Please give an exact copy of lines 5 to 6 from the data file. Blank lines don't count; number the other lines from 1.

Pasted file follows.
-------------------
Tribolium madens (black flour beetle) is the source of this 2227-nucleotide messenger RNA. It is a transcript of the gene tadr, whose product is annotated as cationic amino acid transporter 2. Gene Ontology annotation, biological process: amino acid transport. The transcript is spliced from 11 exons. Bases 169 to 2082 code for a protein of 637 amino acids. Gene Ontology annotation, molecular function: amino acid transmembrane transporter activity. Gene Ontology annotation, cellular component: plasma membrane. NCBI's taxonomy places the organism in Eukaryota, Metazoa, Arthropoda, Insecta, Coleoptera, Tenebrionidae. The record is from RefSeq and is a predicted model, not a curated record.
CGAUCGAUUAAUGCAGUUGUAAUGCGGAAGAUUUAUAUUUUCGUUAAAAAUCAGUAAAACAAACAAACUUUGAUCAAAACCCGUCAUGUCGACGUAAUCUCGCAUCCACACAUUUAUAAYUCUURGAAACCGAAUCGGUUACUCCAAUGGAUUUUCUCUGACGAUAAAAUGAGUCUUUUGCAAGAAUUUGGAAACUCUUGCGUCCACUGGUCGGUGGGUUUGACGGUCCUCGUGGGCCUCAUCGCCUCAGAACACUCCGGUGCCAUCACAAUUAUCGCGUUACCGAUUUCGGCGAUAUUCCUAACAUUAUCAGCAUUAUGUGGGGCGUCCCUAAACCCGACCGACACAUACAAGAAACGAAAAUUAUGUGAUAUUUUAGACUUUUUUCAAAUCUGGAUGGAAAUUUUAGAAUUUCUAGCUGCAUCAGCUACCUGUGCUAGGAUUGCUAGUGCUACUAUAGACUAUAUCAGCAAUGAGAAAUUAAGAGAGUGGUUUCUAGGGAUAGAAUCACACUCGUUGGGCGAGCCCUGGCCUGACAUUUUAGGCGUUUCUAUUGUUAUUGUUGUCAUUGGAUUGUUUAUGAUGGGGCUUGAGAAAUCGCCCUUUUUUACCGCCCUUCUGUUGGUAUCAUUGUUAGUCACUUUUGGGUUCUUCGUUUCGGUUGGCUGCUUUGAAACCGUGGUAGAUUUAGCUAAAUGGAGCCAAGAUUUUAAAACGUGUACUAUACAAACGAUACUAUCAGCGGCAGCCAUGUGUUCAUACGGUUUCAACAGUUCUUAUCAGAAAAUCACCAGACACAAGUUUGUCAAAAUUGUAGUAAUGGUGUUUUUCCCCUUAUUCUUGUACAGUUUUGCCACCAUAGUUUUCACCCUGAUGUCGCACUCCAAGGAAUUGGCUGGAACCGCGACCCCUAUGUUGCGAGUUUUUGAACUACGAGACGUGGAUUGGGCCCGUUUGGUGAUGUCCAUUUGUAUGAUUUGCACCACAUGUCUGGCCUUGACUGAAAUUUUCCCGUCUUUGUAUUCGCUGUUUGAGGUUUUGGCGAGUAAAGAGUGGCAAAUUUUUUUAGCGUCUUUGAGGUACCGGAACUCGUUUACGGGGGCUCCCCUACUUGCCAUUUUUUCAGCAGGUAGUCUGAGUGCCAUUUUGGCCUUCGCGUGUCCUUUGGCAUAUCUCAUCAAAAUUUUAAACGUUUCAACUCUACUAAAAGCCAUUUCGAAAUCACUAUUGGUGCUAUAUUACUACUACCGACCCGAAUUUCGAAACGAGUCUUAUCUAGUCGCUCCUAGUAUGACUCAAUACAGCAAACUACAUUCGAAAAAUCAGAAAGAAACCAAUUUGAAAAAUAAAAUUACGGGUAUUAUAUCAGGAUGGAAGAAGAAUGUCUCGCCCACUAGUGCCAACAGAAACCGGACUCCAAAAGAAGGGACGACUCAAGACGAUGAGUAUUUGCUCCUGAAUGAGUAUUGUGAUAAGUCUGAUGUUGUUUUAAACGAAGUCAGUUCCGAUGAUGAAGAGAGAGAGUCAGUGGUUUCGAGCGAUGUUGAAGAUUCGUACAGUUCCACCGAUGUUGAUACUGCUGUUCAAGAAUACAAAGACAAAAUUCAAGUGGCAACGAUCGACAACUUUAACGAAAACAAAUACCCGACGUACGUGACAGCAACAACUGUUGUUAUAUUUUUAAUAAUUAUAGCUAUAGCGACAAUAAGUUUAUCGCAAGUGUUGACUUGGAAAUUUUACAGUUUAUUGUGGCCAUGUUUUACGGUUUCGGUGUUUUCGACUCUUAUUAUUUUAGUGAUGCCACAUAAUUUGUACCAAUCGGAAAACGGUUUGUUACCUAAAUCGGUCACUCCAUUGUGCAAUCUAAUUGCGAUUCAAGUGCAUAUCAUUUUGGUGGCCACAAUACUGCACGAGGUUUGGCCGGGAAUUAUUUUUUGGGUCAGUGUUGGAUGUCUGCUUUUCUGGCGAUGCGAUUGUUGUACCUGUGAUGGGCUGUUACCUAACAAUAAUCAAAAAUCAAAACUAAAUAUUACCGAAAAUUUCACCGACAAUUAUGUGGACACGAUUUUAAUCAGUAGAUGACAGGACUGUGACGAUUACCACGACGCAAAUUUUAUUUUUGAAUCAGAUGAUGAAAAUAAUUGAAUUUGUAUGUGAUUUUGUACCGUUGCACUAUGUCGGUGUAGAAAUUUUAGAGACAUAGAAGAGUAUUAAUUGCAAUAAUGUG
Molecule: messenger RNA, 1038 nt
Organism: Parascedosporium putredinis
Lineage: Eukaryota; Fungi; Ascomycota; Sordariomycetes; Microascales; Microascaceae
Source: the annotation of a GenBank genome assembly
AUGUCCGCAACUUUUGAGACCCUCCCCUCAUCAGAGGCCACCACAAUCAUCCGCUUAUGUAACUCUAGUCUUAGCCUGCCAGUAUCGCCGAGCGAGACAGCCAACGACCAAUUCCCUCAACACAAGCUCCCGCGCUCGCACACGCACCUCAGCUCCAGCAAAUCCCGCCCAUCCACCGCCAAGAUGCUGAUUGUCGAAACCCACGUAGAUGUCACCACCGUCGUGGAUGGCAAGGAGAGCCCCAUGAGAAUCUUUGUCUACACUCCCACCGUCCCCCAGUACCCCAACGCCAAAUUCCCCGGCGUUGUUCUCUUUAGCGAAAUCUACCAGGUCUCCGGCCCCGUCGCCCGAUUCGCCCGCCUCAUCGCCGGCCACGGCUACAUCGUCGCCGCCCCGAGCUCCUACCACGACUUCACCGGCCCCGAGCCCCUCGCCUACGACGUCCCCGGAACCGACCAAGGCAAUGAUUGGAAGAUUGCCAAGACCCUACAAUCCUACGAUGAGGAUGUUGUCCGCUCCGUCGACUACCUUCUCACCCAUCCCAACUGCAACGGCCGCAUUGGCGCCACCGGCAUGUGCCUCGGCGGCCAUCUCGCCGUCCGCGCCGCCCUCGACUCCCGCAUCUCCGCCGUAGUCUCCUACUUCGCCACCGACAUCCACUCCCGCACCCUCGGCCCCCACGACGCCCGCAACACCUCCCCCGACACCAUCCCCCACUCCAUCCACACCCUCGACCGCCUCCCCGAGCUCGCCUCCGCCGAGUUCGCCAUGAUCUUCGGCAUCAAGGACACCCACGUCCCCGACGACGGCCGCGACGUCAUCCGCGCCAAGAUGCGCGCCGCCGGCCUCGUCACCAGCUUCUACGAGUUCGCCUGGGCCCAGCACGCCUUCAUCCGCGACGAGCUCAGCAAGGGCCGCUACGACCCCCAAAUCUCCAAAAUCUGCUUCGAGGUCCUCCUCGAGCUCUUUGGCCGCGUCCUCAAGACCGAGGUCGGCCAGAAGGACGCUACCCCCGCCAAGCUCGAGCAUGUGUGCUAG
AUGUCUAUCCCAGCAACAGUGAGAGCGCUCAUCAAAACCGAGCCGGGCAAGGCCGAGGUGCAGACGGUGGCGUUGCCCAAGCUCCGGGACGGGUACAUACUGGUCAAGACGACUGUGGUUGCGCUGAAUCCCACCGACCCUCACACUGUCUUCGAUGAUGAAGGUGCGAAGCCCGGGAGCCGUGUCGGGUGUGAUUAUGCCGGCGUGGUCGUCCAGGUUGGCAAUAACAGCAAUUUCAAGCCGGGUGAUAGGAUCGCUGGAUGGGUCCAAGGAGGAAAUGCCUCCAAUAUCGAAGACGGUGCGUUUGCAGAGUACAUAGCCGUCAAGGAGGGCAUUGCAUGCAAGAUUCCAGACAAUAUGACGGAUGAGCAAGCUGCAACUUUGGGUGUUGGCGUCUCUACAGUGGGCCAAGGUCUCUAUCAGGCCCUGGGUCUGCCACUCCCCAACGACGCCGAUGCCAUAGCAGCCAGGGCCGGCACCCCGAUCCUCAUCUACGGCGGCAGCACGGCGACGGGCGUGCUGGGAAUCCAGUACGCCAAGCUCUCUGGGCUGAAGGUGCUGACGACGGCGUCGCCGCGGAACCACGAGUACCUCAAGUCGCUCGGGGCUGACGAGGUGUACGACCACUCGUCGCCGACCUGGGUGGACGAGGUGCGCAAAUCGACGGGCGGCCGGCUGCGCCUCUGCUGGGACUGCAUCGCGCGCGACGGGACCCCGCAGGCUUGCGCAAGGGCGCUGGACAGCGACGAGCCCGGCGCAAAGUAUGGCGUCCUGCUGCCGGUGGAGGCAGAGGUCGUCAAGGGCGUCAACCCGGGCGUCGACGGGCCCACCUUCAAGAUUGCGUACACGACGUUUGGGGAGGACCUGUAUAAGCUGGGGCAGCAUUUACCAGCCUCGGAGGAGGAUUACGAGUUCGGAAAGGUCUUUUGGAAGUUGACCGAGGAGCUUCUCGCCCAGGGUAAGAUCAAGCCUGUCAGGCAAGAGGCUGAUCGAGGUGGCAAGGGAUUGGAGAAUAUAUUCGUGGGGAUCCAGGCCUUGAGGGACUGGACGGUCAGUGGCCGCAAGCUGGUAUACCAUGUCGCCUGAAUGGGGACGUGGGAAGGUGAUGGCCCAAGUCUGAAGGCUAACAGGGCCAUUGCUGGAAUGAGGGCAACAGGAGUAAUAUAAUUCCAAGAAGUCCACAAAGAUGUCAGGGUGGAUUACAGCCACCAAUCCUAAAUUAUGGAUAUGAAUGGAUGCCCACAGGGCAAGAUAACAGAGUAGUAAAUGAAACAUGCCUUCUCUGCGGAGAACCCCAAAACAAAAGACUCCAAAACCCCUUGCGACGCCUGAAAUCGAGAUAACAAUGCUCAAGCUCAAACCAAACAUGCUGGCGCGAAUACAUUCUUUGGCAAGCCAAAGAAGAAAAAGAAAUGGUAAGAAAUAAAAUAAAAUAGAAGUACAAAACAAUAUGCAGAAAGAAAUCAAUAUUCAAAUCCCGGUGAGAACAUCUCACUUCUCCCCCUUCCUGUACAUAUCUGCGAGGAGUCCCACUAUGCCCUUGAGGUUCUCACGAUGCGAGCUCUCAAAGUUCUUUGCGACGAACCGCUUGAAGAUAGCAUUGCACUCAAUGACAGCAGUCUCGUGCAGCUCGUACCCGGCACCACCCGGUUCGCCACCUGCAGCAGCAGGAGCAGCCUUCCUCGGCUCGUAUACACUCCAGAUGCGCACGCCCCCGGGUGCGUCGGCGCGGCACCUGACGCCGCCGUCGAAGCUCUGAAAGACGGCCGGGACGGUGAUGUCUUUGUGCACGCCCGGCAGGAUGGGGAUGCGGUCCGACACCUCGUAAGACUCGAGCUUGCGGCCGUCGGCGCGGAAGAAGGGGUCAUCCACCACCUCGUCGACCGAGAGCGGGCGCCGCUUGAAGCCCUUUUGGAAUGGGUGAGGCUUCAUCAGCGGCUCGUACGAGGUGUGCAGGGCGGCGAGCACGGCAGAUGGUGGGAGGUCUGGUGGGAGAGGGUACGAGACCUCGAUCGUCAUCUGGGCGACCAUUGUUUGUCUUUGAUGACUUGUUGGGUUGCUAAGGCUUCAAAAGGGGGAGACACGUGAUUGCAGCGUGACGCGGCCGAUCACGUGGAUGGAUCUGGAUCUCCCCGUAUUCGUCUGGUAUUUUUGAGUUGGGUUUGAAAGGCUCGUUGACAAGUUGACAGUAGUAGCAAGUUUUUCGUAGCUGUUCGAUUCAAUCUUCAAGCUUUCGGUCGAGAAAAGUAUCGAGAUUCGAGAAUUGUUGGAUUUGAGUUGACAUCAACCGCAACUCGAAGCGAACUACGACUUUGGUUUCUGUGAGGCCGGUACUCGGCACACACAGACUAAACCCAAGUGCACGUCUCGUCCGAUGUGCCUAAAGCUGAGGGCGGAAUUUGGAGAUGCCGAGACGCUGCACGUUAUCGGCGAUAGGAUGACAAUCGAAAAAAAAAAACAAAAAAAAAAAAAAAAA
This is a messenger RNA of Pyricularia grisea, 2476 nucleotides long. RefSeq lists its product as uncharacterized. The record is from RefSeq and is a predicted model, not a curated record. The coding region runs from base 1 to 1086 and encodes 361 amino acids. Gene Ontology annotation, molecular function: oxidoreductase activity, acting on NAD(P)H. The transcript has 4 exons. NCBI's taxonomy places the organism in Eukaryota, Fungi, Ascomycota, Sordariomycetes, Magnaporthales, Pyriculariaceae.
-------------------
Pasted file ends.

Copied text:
Lineage: Eukaryota; Fungi; Ascomycota; Sordariomycetes; Microascales; Microascaceae
Source: the annotation of a GenBank genome assembly